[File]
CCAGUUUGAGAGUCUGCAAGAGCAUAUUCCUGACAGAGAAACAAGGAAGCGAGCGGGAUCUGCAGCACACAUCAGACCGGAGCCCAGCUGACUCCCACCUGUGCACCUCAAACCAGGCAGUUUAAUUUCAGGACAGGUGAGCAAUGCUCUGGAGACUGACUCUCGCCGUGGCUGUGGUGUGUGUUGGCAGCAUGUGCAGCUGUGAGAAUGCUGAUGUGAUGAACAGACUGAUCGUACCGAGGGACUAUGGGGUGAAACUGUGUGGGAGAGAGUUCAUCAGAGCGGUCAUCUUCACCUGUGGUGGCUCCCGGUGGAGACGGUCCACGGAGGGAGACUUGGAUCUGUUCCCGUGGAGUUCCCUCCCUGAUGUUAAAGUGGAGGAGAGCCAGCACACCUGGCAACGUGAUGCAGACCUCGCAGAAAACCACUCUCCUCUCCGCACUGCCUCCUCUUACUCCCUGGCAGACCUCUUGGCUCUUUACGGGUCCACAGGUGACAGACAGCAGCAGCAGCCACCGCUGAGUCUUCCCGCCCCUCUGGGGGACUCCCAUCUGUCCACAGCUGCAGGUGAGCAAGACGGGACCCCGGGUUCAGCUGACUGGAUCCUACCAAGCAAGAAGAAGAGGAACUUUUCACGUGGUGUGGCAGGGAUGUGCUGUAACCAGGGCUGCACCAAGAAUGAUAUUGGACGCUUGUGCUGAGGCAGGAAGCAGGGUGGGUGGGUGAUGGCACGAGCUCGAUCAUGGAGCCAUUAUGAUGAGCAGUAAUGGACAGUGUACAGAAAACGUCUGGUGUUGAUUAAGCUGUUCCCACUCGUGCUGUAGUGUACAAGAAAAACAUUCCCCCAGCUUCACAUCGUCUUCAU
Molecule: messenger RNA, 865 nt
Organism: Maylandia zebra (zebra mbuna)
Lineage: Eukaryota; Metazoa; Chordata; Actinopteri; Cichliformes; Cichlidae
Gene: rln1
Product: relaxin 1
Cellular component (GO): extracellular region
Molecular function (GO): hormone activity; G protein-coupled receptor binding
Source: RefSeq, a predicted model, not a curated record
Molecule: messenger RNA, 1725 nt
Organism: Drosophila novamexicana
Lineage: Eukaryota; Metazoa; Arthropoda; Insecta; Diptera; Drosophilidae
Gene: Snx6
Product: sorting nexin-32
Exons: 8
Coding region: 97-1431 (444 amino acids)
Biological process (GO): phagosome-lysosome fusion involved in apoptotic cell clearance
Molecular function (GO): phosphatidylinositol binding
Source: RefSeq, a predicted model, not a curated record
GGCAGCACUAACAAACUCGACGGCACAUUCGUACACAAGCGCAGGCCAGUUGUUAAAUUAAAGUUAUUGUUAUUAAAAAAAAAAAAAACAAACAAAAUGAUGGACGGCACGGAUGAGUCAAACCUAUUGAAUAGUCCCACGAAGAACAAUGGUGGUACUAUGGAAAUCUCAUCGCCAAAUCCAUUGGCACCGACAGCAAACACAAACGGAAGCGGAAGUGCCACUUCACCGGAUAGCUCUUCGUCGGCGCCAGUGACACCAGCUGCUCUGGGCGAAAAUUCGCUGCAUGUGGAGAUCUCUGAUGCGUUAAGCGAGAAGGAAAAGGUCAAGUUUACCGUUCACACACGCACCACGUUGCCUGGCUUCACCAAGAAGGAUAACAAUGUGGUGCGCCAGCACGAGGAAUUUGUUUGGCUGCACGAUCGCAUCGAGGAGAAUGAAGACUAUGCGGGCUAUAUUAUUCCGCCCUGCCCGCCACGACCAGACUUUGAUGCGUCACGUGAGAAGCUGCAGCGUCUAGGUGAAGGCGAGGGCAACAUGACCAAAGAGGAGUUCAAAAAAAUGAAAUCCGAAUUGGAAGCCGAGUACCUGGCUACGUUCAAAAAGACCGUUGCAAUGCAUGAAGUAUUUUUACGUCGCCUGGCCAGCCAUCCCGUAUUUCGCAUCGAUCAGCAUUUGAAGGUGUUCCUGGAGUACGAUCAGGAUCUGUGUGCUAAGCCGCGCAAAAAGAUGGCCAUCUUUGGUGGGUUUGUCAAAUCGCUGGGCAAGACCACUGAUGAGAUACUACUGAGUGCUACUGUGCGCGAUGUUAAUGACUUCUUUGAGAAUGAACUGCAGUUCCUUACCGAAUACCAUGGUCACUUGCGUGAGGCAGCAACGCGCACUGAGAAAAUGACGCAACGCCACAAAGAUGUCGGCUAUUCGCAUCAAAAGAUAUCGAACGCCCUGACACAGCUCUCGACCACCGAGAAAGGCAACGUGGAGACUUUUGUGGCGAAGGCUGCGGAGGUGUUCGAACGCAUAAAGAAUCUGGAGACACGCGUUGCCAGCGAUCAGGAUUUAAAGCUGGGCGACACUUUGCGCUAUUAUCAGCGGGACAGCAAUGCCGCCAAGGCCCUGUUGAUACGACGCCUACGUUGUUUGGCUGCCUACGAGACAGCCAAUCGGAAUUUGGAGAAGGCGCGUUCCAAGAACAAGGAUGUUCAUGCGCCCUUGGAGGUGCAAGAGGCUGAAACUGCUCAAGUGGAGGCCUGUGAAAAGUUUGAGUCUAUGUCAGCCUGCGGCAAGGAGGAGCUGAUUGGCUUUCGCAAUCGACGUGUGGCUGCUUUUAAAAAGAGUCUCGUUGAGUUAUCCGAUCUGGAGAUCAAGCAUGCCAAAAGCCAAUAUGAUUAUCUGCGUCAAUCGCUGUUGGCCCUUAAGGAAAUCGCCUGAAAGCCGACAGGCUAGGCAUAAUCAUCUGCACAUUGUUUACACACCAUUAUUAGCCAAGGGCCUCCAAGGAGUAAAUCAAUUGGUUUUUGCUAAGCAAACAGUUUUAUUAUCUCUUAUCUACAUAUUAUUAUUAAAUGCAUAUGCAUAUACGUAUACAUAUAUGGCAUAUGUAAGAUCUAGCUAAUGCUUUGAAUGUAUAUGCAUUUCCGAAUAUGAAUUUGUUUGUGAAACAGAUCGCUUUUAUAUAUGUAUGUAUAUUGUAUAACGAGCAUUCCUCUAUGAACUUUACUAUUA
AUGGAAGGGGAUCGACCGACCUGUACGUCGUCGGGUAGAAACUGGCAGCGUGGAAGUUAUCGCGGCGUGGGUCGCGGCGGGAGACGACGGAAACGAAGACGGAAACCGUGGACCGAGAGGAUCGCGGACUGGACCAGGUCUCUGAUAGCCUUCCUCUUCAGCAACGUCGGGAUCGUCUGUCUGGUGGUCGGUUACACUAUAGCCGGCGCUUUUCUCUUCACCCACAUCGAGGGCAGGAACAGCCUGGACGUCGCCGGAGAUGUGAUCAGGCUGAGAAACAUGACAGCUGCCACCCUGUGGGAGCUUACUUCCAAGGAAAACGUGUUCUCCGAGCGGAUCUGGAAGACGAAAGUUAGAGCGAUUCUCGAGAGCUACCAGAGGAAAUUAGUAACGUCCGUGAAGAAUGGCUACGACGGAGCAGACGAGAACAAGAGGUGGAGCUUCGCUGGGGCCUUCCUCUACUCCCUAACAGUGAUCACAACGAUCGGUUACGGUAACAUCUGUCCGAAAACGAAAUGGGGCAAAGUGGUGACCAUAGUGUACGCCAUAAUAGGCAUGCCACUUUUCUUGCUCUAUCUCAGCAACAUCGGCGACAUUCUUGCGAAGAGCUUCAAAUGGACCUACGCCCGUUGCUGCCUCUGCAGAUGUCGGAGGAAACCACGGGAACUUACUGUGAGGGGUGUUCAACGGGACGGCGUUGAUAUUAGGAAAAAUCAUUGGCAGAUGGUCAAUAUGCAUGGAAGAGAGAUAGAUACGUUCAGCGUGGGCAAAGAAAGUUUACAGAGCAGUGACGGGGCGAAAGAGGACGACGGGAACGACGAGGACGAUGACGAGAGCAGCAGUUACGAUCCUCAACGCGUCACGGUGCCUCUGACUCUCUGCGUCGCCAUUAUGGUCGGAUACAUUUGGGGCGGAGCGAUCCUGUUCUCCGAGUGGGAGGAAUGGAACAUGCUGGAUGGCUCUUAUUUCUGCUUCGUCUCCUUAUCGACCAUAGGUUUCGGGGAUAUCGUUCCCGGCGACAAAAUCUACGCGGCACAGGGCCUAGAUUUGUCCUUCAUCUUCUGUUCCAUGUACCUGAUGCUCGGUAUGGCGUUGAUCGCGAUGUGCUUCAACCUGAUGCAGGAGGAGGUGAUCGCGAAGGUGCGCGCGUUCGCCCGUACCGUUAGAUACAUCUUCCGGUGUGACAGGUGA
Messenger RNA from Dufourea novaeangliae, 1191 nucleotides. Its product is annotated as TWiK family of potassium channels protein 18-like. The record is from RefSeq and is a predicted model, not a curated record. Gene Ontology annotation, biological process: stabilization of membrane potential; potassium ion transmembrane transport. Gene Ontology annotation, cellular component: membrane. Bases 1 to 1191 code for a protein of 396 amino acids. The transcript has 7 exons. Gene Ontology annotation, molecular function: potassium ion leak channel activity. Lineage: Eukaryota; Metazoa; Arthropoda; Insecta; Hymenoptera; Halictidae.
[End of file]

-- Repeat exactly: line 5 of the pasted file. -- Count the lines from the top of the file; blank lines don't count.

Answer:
Gene: rln1